How will U.S. troop withdrawal affect places like Kabul and Kandahar and what is the Taliban's long-term strategy?
CNN senior international correspondent talked with CNN's Anderson Cooper after President Obama's Afghanistan address:
COOPER: [In his address, Obama] said it's time "to focus on nation building here at home." ... Nation building is not officially what the U.S. says they're doing in Afghanistan, but really as part of this counterinsurgency strategy, nation building is what the United States has been doing in Afghanistan for years.
ROBERTSON: It has. If you look at where surges had the best successes, towns in Kandahar and some of the towns in Helmand, it's because there's been security and that's allowed to provide facilities for the mayor's office and for the provincial governor.
Things that they can't afford to do by themselves and get markets back up and running and provide security for street vendors to be able to come out to those markets. It's all these sorts of things that surge has provided for. FULL POST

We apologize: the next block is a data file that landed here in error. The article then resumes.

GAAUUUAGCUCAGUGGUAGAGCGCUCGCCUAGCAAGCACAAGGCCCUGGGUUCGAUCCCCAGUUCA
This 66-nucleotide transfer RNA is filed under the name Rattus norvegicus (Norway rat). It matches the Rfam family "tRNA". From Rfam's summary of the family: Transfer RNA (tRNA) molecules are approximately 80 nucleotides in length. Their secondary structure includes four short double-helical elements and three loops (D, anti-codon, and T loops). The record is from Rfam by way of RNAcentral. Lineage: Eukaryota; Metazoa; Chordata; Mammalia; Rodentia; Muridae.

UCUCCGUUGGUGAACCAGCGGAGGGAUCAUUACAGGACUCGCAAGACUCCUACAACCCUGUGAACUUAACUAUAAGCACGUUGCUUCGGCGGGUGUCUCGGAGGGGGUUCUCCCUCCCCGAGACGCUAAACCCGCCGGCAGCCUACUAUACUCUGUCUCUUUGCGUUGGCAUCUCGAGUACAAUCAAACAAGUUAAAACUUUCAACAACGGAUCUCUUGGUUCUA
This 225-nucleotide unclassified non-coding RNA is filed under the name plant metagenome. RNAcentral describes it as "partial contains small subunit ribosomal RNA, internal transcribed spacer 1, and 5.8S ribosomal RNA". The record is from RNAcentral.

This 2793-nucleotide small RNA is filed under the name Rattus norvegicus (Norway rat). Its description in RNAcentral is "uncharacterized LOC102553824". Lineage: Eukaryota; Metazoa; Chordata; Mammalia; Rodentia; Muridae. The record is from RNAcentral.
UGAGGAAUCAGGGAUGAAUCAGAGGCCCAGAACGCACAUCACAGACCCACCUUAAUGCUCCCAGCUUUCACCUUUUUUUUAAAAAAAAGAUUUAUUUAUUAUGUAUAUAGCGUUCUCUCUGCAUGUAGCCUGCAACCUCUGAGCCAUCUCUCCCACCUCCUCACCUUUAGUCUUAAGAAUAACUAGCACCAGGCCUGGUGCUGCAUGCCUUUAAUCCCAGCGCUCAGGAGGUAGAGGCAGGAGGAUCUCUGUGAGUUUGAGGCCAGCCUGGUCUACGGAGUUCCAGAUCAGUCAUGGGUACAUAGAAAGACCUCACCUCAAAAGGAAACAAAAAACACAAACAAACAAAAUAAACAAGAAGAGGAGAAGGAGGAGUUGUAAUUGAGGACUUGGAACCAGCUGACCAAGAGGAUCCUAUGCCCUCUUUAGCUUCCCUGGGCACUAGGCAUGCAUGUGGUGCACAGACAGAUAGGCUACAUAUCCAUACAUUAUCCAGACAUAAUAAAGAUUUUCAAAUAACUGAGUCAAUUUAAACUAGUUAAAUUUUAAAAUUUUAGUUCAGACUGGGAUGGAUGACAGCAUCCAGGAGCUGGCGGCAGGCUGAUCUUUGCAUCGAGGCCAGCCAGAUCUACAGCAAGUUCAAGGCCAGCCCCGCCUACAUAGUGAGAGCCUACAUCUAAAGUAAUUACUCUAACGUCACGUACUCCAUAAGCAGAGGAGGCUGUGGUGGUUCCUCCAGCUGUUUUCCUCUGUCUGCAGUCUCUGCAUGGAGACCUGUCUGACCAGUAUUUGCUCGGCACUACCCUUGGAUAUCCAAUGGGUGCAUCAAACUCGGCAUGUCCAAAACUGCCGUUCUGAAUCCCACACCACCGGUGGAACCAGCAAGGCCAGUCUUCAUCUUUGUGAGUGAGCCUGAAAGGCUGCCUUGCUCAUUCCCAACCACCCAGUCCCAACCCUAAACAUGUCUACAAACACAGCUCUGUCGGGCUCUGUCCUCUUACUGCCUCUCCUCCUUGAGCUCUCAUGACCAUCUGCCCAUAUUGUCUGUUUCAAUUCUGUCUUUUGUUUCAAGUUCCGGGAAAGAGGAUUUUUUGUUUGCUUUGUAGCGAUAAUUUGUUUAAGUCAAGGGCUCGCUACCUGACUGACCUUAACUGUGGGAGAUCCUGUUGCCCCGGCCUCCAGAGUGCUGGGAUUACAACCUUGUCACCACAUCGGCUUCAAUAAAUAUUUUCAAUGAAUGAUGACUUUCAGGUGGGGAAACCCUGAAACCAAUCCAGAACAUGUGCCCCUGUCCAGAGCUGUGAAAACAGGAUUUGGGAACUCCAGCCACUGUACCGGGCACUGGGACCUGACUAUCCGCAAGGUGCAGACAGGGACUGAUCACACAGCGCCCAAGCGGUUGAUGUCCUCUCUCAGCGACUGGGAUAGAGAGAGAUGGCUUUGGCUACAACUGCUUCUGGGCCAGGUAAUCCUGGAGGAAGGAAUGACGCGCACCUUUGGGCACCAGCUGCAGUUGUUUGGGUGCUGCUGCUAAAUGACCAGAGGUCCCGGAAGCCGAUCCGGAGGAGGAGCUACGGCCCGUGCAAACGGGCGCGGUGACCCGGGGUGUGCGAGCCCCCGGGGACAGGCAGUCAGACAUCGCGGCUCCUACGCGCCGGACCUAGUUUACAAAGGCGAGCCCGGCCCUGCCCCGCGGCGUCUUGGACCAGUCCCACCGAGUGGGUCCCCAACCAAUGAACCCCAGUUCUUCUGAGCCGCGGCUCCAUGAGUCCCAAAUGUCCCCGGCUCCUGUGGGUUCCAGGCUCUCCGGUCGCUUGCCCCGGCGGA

France will start withdrawing troops from Afghanistan, following a timetable similar to the one U.S. President Barack Obama announced, the French president's office said Thursday.
"This withdrawal will be done in consultation with our allies and with the Afghan authorities," the statement from Nicolas Sarkozy's office said.
All French soldiers could be out of Afghanistan by 2013, French Defense Minister Gerard Longuet told France Info radio Thursday. France has 3,935 troops in Afghanistan, according to the NATO mission there.
Obama said Wednesday that the U.S. would withdraw 33,000 U.S. troops by September 2012. That will leave just under 70,000 Americans there.
– CNN's Saskya Vandoorne contributed to this report.